Nick Turse
A billion dollars from the federal government could go a long way toward revitalizing America’s aging infrastructure.  It could provide housing or better water and sewer systems.  It could enhance a transportation network or develop an urban waterfront.  It could provide local jobs.  It could do any or all of these things.  And, in fact, it did.  It just happened to be in the Middle East, not the United States.
The Pentagon awarded $667.2 million in contracts in 2012, and more than $1 billion during Barack Obama’s first term in office for construction projects in largely autocratic Middle Eastern nations, according to figures provided to me by the U.S. Army Corps of Engineers Middle East District.  (More than $178 million in similar funding is already anticipated for 2013.)
For more on the Mid-East building boom of the Obama years, check out my latest article here.
Photo: U.S. Ambassador to Bahrain Adam Ereli (fourth from left) and other U.S. and Bahraini officials begin a $580 million military construction project during a groundbreaking ceremony at Mina Salman Port.  (U.S. Navy photo by Mass Communication Specialist 1st Class Eric Brown/RELEASED)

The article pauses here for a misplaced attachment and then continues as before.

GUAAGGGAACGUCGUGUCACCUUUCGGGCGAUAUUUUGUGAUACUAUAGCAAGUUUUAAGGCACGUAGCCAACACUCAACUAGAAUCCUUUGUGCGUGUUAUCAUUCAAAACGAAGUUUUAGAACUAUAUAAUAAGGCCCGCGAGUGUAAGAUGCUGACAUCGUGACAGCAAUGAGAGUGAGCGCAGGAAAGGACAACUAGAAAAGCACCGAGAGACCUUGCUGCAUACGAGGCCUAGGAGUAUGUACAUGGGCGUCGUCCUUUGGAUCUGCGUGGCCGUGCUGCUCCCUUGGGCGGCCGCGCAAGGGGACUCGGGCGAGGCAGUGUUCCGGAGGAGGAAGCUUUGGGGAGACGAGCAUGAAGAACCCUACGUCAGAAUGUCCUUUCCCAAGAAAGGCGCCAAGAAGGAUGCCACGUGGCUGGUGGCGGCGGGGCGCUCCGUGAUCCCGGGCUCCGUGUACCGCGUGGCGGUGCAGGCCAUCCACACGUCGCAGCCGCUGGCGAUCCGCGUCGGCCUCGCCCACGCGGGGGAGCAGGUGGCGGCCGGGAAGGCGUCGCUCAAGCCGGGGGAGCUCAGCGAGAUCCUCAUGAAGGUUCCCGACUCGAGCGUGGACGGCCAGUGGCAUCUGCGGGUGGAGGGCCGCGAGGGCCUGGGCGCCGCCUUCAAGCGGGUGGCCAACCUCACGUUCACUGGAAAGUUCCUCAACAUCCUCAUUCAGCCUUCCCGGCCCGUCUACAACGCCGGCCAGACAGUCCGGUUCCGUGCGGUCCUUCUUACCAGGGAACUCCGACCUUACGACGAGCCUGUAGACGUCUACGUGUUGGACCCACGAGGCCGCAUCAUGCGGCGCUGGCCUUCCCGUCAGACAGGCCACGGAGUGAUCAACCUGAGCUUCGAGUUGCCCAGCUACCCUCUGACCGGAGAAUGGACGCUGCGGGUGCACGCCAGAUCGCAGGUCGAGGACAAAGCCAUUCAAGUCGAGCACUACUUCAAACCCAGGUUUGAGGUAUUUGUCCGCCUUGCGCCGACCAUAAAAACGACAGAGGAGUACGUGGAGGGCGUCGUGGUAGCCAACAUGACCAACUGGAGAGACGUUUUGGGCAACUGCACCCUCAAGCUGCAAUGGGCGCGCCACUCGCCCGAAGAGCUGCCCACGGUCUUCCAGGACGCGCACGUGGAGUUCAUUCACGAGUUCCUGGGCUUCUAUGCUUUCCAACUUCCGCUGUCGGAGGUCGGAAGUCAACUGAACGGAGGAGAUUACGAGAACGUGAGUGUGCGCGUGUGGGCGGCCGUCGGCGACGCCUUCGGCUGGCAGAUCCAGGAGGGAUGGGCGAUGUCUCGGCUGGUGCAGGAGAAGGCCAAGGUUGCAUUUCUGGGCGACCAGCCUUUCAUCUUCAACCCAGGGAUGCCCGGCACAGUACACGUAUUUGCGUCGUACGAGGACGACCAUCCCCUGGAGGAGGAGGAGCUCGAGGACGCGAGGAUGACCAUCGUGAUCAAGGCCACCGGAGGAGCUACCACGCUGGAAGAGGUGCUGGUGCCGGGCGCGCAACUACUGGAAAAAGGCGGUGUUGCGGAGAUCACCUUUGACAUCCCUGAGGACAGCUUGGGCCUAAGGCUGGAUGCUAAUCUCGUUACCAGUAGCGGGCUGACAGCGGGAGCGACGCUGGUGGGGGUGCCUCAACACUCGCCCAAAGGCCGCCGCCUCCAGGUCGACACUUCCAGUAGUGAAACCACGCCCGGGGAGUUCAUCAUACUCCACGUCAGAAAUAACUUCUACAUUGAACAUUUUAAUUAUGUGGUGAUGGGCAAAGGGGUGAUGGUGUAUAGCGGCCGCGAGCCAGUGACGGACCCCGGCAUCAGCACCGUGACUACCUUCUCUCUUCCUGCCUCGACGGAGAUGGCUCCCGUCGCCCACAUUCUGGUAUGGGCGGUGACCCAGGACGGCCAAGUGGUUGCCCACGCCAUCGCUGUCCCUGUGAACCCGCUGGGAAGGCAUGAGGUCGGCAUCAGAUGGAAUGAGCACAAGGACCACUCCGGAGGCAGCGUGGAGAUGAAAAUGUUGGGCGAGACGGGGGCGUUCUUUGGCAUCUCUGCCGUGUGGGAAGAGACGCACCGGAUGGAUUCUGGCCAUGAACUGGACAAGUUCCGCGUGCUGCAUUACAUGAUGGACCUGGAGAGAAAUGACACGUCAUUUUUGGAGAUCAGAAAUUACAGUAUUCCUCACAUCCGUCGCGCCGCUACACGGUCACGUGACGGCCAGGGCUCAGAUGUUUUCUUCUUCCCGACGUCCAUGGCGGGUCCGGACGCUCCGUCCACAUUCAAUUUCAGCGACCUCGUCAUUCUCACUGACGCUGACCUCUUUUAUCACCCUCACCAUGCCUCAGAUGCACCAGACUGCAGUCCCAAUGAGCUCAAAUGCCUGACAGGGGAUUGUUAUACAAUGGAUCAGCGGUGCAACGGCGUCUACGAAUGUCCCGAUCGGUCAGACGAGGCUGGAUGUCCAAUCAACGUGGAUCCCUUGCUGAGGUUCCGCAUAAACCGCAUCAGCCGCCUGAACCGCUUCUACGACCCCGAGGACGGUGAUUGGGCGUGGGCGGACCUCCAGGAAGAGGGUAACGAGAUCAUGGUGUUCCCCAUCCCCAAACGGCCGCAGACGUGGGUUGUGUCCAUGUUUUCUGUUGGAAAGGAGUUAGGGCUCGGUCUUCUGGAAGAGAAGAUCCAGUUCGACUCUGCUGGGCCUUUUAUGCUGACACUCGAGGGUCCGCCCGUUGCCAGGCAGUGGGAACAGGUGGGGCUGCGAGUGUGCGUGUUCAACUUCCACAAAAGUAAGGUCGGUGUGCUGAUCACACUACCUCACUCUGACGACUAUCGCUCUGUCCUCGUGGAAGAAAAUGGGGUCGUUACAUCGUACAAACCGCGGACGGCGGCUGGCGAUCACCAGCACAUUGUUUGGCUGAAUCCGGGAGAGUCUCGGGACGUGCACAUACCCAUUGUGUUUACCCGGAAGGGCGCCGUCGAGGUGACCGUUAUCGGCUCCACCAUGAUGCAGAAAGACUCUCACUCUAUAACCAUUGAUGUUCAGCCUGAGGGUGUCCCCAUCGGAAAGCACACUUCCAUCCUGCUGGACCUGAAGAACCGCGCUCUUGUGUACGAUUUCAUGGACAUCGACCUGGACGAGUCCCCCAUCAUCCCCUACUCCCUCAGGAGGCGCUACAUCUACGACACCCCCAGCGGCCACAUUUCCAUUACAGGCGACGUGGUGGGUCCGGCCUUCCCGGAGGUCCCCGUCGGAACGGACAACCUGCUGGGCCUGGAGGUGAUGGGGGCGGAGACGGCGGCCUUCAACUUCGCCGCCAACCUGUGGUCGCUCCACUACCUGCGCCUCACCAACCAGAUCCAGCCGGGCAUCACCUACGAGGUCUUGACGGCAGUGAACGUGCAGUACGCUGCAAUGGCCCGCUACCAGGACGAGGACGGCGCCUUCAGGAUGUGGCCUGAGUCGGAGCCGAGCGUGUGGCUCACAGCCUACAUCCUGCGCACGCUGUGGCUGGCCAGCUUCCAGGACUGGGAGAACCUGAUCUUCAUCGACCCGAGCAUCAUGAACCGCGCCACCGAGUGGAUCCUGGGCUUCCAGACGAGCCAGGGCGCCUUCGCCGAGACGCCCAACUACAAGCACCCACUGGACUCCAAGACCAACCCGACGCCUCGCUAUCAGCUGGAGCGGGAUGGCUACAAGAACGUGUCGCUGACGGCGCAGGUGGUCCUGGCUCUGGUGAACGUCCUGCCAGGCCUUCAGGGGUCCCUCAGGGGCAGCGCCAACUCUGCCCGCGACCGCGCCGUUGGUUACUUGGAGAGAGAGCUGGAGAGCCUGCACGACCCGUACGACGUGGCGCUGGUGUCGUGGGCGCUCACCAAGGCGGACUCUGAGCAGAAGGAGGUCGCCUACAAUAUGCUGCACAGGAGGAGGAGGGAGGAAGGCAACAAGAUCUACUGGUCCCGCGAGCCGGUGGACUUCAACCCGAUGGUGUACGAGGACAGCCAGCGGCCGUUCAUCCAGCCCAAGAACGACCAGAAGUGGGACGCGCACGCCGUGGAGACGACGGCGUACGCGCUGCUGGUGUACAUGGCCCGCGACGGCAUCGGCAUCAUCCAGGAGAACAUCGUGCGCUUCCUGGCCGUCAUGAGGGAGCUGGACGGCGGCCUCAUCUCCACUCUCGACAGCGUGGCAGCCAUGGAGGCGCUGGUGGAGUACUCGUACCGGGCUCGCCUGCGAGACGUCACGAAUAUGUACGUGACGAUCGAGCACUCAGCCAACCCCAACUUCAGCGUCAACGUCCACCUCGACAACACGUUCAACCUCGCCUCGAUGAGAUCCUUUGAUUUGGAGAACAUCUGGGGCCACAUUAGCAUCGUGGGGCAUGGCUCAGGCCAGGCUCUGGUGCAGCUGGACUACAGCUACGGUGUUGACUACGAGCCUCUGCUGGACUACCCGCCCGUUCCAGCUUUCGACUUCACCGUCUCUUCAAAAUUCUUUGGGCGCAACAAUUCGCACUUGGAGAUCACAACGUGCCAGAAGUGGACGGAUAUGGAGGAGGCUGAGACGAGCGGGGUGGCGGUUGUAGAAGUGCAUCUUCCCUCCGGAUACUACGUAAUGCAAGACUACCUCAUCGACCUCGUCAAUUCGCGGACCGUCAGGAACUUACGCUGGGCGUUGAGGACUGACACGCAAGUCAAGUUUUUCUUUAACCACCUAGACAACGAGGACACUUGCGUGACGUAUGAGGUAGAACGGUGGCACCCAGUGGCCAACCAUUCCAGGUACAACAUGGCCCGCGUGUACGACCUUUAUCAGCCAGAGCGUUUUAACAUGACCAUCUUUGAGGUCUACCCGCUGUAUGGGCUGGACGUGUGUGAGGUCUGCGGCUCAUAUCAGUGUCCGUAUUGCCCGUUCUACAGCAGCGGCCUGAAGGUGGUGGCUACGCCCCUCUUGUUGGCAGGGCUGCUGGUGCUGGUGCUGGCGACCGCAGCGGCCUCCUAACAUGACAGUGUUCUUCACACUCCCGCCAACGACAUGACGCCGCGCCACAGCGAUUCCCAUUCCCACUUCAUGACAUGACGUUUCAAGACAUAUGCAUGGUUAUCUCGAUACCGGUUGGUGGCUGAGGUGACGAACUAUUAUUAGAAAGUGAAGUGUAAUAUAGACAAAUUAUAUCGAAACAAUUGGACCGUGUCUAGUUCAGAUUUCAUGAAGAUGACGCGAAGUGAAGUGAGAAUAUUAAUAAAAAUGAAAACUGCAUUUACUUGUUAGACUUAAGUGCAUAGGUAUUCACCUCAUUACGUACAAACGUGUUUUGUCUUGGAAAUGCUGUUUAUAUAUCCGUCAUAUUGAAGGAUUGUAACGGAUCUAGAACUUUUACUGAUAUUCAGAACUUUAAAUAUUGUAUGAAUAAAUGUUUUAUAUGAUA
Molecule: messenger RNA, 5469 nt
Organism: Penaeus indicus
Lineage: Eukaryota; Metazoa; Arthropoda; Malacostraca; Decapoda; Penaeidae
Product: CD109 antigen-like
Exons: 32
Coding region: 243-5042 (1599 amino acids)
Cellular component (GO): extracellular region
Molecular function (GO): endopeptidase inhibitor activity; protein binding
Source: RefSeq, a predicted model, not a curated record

A billion dollars from the federal government could go a long way toward revitalizing America’s aging infrastructure.  It could provide housing or better water and sewer systems.  It could enhance a transportation network or develop an urban waterfront.  It could provide local jobs.  It could do any or all of these things.  And, in fact, it did.  It just happened to be in the Middle East, not the United States.